7 Unhealthy Coping Mechanisms That Are Secretly Wreaking Havoc On Your Psyche
It can be hard to determine what exactly constitutes a coping mechanism because almost anything can be a means of avoidance if you use it in the wrong way. However, there are a few very common mechanisms that tend to fly totally under the radar. Understanding them can help you unpack your real feelings, and get back to the business of your life.
1. Avoiding anything that isn’t “positive.”
People who insist that they cannot tolerate being around anyone who isn’t wholly and consistently positive aren’t as emotionally healthy as they may seem. In fact, avoiding anything that isn’t positive isn’t a method of building a sanctimonious life, it’s an avoidance technique. Mentally strong people adapt to a neutral mindset in which they can see and accept life’s peaks and valleys, challenges and triumphs, joys and pains.
Jumping to conclusions may seem like it’s the problem, but really, it’s a symptom. People who catastrophize are actually engaging in a self-defense mechanism. They are trying to predict and then respond to a perceived threat before it can affect them. This means that they feel deeply insecure about some part of their life, enough so that they would have to protect it from a large threat.
Keeping to yourself might seem like the healthiest, most efficient option, especially when you’re dealing with a lot of people who aggravate and annoy you. But the reality is that one of our most primary needs is connection. On top of that, real resilience is the ability to coexist with different people without being impacted by every single one of them so significantly that aloneness becomes the preferred way of being. Sure, there are some people with whom boundaries need to be drawn and distance taken, but those are typically the exception.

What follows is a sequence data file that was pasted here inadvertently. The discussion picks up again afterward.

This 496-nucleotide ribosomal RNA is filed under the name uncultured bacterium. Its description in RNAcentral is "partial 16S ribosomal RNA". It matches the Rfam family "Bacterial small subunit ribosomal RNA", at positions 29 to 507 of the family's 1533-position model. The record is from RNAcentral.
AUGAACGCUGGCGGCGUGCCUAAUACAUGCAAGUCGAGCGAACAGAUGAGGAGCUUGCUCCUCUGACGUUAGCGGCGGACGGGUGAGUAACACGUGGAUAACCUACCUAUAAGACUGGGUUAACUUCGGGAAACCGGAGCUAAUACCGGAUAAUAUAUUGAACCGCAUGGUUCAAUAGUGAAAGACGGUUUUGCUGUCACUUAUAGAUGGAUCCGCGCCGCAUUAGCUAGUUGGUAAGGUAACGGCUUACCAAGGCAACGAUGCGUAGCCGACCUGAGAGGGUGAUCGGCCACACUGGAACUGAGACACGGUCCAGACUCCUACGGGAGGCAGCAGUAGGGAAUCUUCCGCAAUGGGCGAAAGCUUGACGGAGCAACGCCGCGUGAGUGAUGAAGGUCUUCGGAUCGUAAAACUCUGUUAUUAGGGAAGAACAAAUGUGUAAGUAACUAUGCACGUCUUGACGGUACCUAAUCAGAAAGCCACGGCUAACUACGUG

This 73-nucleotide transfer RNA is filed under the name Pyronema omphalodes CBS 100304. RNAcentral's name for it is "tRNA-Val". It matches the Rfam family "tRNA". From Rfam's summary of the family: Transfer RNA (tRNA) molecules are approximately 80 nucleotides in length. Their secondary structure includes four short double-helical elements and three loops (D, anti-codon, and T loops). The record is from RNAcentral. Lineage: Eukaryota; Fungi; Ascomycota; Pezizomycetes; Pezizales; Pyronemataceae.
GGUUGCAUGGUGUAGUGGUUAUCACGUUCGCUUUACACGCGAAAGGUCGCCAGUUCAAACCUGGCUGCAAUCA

4. Downward social comparison.
People who have low self-esteem will often seek out others they believe are somehow doing “worse” than them to make themselves feel better by contrast. This backfires eventually, as that sense of worth is dwarfed when that person comes into contact with someone they perceive to be doing “better” than them. In the moment, that downward social comparison can feel as though its resolving a sense of inferiority, but it is in fact reinforcing the inferiority complex.
5. Romanticizing the past.
If you left a relationship, job or city, there was a reason you did. Trying to gloss over your past to the point that you’re nostalgic for a time you weren’t genuinely happy during is a way of diverting your attention from the present moment, and quite literally trying to return to a zone of comfort that you’re familiar with.
6. Overreacting to small issues.
People who explode over small, seemingly innocuous triggers are often harboring deep wells of unexpressed feelings. Their mistake is in thinking that (maybe literally) yelling over spilled milk will resolve the discord. It will not. Getting your feelings out in a way that is not directly addressing their cause does not resolve them, it diffuses them temporarily.
7. Worrying as a means of self-defense.
People who overthink and end up worrying too much are often trying to shield themselves from something they fear. The trick is that the fear is usually not an event or circumstance, rather a feeling. Because they feel so out of control in the present moment and don’t know how to handle that feeling now, they project a desire for control onto an imagined future circumstance. Worrying is your mind’s way of preparing for something down the line. What you may not realize is that the feeling you are afraid of you are already experiencing now.